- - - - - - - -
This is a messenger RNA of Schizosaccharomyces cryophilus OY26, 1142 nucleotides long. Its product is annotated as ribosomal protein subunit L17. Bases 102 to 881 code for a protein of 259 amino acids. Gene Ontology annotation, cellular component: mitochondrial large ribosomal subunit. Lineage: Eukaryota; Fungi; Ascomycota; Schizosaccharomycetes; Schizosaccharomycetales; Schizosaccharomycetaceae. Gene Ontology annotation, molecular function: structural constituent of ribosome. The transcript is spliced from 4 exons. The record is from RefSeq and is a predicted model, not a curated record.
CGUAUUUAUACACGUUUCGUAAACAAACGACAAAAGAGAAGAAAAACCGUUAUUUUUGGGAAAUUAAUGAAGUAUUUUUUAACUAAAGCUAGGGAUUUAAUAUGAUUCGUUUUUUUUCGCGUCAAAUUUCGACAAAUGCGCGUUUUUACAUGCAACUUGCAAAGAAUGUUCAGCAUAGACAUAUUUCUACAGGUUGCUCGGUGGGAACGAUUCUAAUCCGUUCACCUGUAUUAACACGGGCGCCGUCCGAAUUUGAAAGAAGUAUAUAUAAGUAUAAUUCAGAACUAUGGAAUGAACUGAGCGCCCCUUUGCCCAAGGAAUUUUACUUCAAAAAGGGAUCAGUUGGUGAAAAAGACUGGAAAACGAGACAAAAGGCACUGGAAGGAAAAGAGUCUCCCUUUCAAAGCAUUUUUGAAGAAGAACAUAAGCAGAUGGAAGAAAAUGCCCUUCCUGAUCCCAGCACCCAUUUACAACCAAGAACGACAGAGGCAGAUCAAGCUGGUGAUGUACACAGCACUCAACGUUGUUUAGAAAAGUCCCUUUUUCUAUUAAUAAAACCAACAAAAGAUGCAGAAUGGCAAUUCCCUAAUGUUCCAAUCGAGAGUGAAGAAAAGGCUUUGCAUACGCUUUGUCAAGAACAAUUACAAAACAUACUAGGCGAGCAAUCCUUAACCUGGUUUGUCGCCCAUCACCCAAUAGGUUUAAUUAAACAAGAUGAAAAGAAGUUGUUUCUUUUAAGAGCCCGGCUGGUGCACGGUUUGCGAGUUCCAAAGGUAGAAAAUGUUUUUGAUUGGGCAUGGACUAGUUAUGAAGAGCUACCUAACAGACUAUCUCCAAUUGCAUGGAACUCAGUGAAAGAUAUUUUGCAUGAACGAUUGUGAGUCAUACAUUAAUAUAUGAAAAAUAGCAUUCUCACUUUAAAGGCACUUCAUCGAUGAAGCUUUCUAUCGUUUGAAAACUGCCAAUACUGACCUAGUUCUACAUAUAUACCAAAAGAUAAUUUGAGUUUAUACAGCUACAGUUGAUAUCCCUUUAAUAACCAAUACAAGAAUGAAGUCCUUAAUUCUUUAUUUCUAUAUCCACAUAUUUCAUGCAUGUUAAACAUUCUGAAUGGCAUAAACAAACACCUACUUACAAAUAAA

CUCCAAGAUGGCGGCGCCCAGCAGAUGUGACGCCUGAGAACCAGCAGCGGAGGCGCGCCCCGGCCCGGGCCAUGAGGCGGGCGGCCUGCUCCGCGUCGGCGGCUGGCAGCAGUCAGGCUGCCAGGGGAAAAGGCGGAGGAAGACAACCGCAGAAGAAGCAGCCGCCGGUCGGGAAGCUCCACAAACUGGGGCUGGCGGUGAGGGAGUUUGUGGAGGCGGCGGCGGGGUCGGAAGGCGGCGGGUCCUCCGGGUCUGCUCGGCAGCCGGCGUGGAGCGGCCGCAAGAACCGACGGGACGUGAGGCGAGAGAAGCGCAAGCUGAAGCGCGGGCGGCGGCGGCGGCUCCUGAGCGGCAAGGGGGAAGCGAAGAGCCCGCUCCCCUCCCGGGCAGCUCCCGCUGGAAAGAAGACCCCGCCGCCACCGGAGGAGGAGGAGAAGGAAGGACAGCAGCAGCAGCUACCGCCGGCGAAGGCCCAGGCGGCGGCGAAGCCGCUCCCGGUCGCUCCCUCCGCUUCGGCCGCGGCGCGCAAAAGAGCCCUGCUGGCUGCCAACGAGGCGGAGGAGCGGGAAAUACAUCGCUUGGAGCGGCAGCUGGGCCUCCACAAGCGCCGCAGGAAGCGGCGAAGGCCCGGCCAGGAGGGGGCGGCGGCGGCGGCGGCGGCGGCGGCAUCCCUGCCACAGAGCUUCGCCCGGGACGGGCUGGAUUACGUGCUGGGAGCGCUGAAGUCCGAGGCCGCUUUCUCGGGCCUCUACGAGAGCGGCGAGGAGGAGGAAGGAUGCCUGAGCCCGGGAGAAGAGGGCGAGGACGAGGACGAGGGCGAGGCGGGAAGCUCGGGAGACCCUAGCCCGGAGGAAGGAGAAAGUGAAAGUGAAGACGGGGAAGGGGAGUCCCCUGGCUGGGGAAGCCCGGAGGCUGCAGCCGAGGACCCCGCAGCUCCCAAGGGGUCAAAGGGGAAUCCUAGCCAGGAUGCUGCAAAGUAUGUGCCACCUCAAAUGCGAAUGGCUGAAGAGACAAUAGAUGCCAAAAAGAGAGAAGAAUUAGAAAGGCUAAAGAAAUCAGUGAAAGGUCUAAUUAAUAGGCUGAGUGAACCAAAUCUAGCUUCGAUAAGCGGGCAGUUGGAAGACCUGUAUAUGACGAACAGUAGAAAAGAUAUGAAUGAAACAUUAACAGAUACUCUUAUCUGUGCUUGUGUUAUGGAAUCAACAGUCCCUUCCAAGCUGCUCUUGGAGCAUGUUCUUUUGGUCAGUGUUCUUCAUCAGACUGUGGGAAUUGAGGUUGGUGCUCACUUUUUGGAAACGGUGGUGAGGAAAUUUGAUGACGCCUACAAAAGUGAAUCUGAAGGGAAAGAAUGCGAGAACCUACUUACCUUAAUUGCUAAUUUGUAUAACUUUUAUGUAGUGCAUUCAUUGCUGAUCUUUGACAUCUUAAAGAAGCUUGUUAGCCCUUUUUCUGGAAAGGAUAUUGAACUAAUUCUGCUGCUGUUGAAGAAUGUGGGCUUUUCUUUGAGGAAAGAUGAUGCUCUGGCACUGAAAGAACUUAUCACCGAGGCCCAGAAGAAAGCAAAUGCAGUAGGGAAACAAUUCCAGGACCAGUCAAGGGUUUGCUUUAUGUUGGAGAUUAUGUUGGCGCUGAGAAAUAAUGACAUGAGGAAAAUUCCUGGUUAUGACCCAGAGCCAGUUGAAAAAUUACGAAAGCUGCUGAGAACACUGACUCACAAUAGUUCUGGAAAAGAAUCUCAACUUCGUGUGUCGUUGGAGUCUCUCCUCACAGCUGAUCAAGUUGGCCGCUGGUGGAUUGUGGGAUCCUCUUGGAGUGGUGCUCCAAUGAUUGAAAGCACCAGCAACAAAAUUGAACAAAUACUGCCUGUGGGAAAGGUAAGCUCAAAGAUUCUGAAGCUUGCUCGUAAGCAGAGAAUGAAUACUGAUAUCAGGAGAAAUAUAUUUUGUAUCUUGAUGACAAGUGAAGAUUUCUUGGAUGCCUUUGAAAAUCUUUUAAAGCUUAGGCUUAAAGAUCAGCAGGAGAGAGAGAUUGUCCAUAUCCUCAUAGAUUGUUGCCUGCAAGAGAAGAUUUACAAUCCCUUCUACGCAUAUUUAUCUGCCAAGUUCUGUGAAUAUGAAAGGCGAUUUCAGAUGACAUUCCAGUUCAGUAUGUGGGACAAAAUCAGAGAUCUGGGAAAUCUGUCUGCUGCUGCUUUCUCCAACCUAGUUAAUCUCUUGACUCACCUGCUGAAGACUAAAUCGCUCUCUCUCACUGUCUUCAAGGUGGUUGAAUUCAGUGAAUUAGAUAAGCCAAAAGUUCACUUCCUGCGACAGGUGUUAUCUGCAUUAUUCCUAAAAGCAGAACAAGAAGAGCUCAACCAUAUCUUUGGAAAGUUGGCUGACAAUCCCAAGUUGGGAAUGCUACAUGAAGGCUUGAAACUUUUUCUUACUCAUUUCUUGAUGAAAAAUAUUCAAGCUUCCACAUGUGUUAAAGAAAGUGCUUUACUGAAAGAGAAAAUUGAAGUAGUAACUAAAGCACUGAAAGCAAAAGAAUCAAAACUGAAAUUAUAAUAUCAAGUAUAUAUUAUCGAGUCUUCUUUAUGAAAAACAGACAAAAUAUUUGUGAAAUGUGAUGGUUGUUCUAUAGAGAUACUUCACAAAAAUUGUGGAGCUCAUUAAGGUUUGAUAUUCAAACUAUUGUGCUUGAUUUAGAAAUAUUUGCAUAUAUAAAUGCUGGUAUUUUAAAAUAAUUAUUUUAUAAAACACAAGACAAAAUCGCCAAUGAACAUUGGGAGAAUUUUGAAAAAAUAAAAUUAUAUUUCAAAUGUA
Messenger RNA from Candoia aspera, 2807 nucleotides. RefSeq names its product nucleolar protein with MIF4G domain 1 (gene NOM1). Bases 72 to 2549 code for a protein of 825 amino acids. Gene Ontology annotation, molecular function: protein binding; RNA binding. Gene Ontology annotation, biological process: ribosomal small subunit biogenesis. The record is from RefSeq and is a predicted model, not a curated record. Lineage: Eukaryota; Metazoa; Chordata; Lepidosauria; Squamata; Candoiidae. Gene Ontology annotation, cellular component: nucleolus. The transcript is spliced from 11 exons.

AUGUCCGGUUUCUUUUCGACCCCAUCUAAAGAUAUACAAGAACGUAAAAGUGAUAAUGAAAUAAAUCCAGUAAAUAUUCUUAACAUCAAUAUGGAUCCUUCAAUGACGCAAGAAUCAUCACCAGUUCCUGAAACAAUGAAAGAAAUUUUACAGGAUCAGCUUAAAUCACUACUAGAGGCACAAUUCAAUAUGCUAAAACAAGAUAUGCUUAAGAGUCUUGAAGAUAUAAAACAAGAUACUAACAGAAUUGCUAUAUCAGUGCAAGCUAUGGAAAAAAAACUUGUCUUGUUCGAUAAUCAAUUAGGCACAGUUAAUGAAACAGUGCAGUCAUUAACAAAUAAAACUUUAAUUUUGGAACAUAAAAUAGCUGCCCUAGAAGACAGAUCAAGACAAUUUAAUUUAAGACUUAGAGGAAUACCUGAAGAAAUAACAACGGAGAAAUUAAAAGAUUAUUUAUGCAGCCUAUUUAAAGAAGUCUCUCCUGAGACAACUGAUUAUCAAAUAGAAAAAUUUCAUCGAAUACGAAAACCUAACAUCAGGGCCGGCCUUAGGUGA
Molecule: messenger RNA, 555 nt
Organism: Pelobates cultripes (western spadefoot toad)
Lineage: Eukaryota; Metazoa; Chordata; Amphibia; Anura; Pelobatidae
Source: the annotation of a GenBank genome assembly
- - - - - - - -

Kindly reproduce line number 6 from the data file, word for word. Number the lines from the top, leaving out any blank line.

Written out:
Molecule: messenger RNA, 555 nt